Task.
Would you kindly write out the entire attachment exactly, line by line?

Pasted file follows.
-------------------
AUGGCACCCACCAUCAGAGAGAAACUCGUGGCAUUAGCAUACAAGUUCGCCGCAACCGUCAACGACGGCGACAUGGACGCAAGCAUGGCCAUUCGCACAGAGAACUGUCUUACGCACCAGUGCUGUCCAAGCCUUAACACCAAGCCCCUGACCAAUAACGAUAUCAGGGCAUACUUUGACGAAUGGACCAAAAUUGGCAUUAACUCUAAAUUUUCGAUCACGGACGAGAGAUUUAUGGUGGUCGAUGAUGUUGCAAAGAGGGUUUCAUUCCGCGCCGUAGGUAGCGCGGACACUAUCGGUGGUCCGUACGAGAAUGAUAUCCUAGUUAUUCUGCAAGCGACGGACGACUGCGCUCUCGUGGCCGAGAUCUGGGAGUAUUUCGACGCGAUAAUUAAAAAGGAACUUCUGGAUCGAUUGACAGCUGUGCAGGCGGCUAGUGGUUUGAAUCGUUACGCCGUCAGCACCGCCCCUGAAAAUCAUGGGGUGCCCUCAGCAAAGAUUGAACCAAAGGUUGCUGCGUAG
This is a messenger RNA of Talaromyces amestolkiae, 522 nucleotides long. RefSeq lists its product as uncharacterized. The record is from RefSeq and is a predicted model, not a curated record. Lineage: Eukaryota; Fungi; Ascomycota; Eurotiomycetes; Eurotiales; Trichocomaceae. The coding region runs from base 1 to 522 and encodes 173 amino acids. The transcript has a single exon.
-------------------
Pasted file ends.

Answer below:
AUGGCACCCACCAUCAGAGAGAAACUCGUGGCAUUAGCAUACAAGUUCGCCGCAACCGUCAACGACGGCGACAUGGACGCAAGCAUGGCCAUUCGCACAGAGAACUGUCUUACGCACCAGUGCUGUCCAAGCCUUAACACCAAGCCCCUGACCAAUAACGAUAUCAGGGCAUACUUUGACGAAUGGACCAAAAUUGGCAUUAACUCUAAAUUUUCGAUCACGGACGAGAGAUUUAUGGUGGUCGAUGAUGUUGCAAAGAGGGUUUCAUUCCGCGCCGUAGGUAGCGCGGACACUAUCGGUGGUCCGUACGAGAAUGAUAUCCUAGUUAUUCUGCAAGCGACGGACGACUGCGCUCUCGUGGCCGAGAUCUGGGAGUAUUUCGACGCGAUAAUUAAAAAGGAACUUCUGGAUCGAUUGACAGCUGUGCAGGCGGCUAGUGGUUUGAAUCGUUACGCCGUCAGCACCGCCCCUGAAAAUCAUGGGGUGCCCUCAGCAAAGAUUGAACCAAAGGUUGCUGCGUAG
This is a messenger RNA of Talaromyces amestolkiae, 522 nucleotides long. RefSeq lists its product as uncharacterized. The record is from RefSeq and is a predicted model, not a curated record. Lineage: Eukaryota; Fungi; Ascomycota; Eurotiomycetes; Eurotiales; Trichocomaceae. The coding region runs from base 1 to 522 and encodes 173 amino acids. The transcript has a single exon.